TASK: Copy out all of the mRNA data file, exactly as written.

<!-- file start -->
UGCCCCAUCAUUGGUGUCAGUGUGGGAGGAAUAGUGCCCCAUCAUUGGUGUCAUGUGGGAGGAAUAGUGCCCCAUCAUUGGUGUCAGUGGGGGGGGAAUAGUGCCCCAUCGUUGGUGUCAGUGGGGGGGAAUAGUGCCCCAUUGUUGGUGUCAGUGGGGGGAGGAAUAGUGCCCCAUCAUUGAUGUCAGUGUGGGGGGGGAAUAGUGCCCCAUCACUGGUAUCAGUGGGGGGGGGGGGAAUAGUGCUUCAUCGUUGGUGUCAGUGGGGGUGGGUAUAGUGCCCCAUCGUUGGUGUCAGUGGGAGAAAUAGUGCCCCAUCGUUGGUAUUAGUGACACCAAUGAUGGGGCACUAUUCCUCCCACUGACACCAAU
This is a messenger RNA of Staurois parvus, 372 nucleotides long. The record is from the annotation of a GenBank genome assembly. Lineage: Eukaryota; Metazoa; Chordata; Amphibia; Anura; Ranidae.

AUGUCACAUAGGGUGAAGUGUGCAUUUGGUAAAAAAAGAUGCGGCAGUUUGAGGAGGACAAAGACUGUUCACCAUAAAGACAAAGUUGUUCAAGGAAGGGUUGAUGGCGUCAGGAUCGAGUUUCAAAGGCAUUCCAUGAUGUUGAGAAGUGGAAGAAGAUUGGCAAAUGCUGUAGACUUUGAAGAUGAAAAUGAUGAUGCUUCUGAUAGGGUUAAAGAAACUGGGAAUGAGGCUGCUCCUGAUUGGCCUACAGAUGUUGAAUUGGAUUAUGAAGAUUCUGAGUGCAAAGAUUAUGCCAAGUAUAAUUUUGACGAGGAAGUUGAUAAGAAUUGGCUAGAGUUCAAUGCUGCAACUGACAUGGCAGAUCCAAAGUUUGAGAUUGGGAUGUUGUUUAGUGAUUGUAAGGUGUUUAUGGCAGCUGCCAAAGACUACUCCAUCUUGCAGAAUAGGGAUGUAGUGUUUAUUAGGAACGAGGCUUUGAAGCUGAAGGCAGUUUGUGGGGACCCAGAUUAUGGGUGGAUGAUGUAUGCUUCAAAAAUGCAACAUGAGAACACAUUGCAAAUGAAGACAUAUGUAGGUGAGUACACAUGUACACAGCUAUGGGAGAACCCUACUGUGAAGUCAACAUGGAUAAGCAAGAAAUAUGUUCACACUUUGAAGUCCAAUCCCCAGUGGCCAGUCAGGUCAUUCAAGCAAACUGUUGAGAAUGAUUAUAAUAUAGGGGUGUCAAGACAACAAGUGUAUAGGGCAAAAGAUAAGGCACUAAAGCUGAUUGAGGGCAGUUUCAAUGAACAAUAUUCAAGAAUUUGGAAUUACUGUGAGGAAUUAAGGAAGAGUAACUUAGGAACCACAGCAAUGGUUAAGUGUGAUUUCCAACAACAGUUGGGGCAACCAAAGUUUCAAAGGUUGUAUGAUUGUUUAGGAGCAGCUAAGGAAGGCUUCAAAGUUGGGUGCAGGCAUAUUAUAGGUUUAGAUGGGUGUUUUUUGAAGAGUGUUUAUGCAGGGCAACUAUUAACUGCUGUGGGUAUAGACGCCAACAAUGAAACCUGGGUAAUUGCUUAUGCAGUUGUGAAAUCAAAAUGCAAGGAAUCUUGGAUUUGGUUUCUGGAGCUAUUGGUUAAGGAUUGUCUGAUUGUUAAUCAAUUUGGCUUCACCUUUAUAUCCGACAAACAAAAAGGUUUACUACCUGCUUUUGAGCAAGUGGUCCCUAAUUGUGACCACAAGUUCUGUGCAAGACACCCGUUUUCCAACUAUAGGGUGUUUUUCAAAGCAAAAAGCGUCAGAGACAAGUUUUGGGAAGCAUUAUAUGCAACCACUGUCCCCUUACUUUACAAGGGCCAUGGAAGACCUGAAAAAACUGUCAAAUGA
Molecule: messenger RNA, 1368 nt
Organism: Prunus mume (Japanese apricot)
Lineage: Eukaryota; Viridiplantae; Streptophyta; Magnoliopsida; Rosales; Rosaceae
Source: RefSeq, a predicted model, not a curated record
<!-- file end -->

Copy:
UGCCCCAUCAUUGGUGUCAGUGUGGGAGGAAUAGUGCCCCAUCAUUGGUGUCAUGUGGGAGGAAUAGUGCCCCAUCAUUGGUGUCAGUGGGGGGGGAAUAGUGCCCCAUCGUUGGUGUCAGUGGGGGGGAAUAGUGCCCCAUUGUUGGUGUCAGUGGGGGGAGGAAUAGUGCCCCAUCAUUGAUGUCAGUGUGGGGGGGGAAUAGUGCCCCAUCACUGGUAUCAGUGGGGGGGGGGGGAAUAGUGCUUCAUCGUUGGUGUCAGUGGGGGUGGGUAUAGUGCCCCAUCGUUGGUGUCAGUGGGAGAAAUAGUGCCCCAUCGUUGGUAUUAGUGACACCAAUGAUGGGGCACUAUUCCUCCCACUGACACCAAU
This is a messenger RNA of Staurois parvus, 372 nucleotides long. The record is from the annotation of a GenBank genome assembly. Lineage: Eukaryota; Metazoa; Chordata; Amphibia; Anura; Ranidae.

AUGUCACAUAGGGUGAAGUGUGCAUUUGGUAAAAAAAGAUGCGGCAGUUUGAGGAGGACAAAGACUGUUCACCAUAAAGACAAAGUUGUUCAAGGAAGGGUUGAUGGCGUCAGGAUCGAGUUUCAAAGGCAUUCCAUGAUGUUGAGAAGUGGAAGAAGAUUGGCAAAUGCUGUAGACUUUGAAGAUGAAAAUGAUGAUGCUUCUGAUAGGGUUAAAGAAACUGGGAAUGAGGCUGCUCCUGAUUGGCCUACAGAUGUUGAAUUGGAUUAUGAAGAUUCUGAGUGCAAAGAUUAUGCCAAGUAUAAUUUUGACGAGGAAGUUGAUAAGAAUUGGCUAGAGUUCAAUGCUGCAACUGACAUGGCAGAUCCAAAGUUUGAGAUUGGGAUGUUGUUUAGUGAUUGUAAGGUGUUUAUGGCAGCUGCCAAAGACUACUCCAUCUUGCAGAAUAGGGAUGUAGUGUUUAUUAGGAACGAGGCUUUGAAGCUGAAGGCAGUUUGUGGGGACCCAGAUUAUGGGUGGAUGAUGUAUGCUUCAAAAAUGCAACAUGAGAACACAUUGCAAAUGAAGACAUAUGUAGGUGAGUACACAUGUACACAGCUAUGGGAGAACCCUACUGUGAAGUCAACAUGGAUAAGCAAGAAAUAUGUUCACACUUUGAAGUCCAAUCCCCAGUGGCCAGUCAGGUCAUUCAAGCAAACUGUUGAGAAUGAUUAUAAUAUAGGGGUGUCAAGACAACAAGUGUAUAGGGCAAAAGAUAAGGCACUAAAGCUGAUUGAGGGCAGUUUCAAUGAACAAUAUUCAAGAAUUUGGAAUUACUGUGAGGAAUUAAGGAAGAGUAACUUAGGAACCACAGCAAUGGUUAAGUGUGAUUUCCAACAACAGUUGGGGCAACCAAAGUUUCAAAGGUUGUAUGAUUGUUUAGGAGCAGCUAAGGAAGGCUUCAAAGUUGGGUGCAGGCAUAUUAUAGGUUUAGAUGGGUGUUUUUUGAAGAGUGUUUAUGCAGGGCAACUAUUAACUGCUGUGGGUAUAGACGCCAACAAUGAAACCUGGGUAAUUGCUUAUGCAGUUGUGAAAUCAAAAUGCAAGGAAUCUUGGAUUUGGUUUCUGGAGCUAUUGGUUAAGGAUUGUCUGAUUGUUAAUCAAUUUGGCUUCACCUUUAUAUCCGACAAACAAAAAGGUUUACUACCUGCUUUUGAGCAAGUGGUCCCUAAUUGUGACCACAAGUUCUGUGCAAGACACCCGUUUUCCAACUAUAGGGUGUUUUUCAAAGCAAAAAGCGUCAGAGACAAGUUUUGGGAAGCAUUAUAUGCAACCACUGUCCCCUUACUUUACAAGGGCCAUGGAAGACCUGAAAAAACUGUCAAAUGA
Molecule: messenger RNA, 1368 nt
Organism: Prunus mume (Japanese apricot)
Lineage: Eukaryota; Viridiplantae; Streptophyta; Magnoliopsida; Rosales; Rosaceae
Source: RefSeq, a predicted model, not a curated record